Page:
An SEO will typically assist in designing and developing websites according to search engine best practices. This is to ensure things like proper markup, page load, URL structure and internal linking are all set up correctly. While conversion isn’t a traditional SEO speciality, those who are good will know best practices for conversion, such as placing calls to action on each page as well as doing some level of split testing. Those who are great will know to do this regularly and get a conversion expert involved to make the campaign even more successful.
I myself come from a programming background with experience in web-based languages such as PHP and ASP, which is very useful to bring to an SEO role. While technical skills aren’t absolutely necessary, they can become very useful as they can prevent things being lost in translation when communicating with development teams and so forth. Having a programming/technical understanding of a website can help an SEO to think outside the box and allow for many tweaks and changes that may otherwise be overlooked by those without said skills. Executing URL rewrites becomes much easier, editing files doesn’t need to be a back and forth between many different parties. It can even save the client money by just paying the multi-skilled SEO vs. paying the SEO and a dev team (who, let’s face it, are ridiculously expensive anyway!).
A Holistic View
In previous years, an SEO’s pure focus would be to optimise a website to get it a higher ranking in search engines, resulting in more traffic and then (hopefully) more conversions. These days it is impossible to solely focus on this one area and ignore the others. Now, an SEO must also look at other areas – it’s no longer just about search engines.
The game has turned into what many are calling “inbound marketing” where the focus is to use as many channels as possible to gain a following of users/customers by giving benefits to them. Some of the channels that will become increasingly important in 2013 and beyond are:
- Social media – is the client “in the game”? What could they be doing better to gain larger outreach?
- Paid search – are there areas they are missing out on? What could they gain from a paid search campaign?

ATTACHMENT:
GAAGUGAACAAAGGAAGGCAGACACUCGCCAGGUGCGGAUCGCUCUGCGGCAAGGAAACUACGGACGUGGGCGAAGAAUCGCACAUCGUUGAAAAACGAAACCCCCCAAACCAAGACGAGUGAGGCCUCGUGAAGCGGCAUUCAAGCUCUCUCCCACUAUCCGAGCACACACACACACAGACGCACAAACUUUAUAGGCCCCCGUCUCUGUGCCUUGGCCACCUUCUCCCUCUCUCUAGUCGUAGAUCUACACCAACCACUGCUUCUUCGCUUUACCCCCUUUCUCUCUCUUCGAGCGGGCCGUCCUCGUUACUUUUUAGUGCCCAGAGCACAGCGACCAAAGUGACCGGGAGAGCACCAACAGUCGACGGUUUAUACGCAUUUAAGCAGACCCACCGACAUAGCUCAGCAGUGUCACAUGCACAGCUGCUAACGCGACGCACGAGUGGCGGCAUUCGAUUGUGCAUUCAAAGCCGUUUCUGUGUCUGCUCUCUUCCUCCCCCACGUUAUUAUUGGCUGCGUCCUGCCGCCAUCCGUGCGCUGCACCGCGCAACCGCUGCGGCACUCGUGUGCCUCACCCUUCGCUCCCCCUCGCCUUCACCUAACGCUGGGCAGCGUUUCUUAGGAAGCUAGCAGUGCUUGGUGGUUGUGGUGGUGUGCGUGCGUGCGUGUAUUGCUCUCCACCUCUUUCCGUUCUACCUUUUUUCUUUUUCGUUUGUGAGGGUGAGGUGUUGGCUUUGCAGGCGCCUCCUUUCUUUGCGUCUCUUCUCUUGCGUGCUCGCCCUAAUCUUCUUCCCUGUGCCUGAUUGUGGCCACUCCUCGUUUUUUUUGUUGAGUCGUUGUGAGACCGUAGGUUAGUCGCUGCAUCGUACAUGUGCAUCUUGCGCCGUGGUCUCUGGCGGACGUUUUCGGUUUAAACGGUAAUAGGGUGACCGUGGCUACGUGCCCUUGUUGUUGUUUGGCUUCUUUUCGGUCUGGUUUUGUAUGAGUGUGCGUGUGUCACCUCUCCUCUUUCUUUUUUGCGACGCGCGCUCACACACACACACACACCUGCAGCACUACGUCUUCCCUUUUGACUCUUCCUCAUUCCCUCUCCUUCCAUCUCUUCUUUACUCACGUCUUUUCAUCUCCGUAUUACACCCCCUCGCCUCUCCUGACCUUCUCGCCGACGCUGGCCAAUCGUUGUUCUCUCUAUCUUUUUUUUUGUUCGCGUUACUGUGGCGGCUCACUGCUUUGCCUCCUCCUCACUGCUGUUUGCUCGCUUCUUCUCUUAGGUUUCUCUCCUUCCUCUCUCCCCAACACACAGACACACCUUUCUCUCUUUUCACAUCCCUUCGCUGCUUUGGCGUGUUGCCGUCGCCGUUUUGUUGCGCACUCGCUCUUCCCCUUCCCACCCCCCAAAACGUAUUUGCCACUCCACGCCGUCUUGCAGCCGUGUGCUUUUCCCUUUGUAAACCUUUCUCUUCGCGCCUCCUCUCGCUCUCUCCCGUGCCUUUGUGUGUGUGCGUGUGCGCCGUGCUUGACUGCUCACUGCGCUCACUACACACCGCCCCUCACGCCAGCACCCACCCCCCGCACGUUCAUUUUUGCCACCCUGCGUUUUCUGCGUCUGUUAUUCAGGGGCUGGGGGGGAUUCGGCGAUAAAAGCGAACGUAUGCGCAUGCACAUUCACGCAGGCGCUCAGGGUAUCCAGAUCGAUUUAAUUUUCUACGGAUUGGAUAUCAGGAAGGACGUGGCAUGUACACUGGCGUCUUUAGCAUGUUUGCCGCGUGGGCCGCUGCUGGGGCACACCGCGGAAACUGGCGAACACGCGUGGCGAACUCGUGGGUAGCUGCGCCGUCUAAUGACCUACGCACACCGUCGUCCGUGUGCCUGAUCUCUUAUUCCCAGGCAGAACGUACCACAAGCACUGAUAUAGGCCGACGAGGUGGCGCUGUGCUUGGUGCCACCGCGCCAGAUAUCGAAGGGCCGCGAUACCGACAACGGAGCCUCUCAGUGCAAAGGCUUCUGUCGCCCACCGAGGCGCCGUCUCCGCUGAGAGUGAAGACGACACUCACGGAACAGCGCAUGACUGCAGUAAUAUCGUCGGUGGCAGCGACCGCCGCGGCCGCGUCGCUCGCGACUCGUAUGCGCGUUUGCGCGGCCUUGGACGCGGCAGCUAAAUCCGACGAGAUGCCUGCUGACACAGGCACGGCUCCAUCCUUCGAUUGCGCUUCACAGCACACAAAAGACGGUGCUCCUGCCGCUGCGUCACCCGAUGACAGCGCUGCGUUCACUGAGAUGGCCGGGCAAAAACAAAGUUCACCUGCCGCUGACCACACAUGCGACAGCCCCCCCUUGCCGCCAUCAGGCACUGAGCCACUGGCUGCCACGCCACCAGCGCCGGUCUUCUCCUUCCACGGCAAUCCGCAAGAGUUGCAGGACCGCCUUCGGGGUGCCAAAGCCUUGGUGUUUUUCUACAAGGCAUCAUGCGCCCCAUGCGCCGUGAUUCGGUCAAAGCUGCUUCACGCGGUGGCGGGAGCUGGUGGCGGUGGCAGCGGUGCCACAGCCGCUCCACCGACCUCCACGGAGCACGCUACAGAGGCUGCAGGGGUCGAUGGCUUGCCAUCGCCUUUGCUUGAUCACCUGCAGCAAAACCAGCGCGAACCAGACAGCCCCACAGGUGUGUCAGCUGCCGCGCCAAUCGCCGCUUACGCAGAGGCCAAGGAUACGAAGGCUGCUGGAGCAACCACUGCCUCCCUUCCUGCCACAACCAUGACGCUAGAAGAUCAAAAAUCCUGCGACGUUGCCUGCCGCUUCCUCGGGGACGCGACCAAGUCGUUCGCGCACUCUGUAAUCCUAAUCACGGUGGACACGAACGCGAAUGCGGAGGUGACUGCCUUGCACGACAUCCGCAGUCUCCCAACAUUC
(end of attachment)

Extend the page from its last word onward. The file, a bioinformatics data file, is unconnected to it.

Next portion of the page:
- Email marketing – is the client capturing email addresses for EDM opportunities?
- Offline marketing – is there scope to do radio? TV? Even things like letterbox drops and newspaper ads – never rule these out as they can be ridiculously effective in the right industry.
- Conversion – what elements on the website can be changed to improve the conversion rate of the website?
- Discussion – is the client involved with online discussion such as forums, blogs, Q+A sites etc?
- Video – is the client producing video content not only for their own site but for popular video networks such as YouTube and Vimeo?
- Word of mouth/Referral – are clients asking their customers for more customers?
- Document sharing – is the client sharing documents and templates they have created that can make life easier for the current and future customers?
- Webinars/Education – is the client educating their customers through online channels such as webinars or offline channels like workshops and seminars?
- News/Press releases – is the client sending out press releases when things change in their organisation?
- Research/White papers – is the client performing research and statistical analysis on their industry and sharing it with interested parties?
Has the person in charge of your SEO campaign adopted this mentality? If not, send them this article and give them something to think about. This industry is more competitive then ever and it’s very important to stay on top of it and do as much as you can to get your message out there and help the end users: your future customers and clients.
This article was originally published on Matthew’s personal blog here.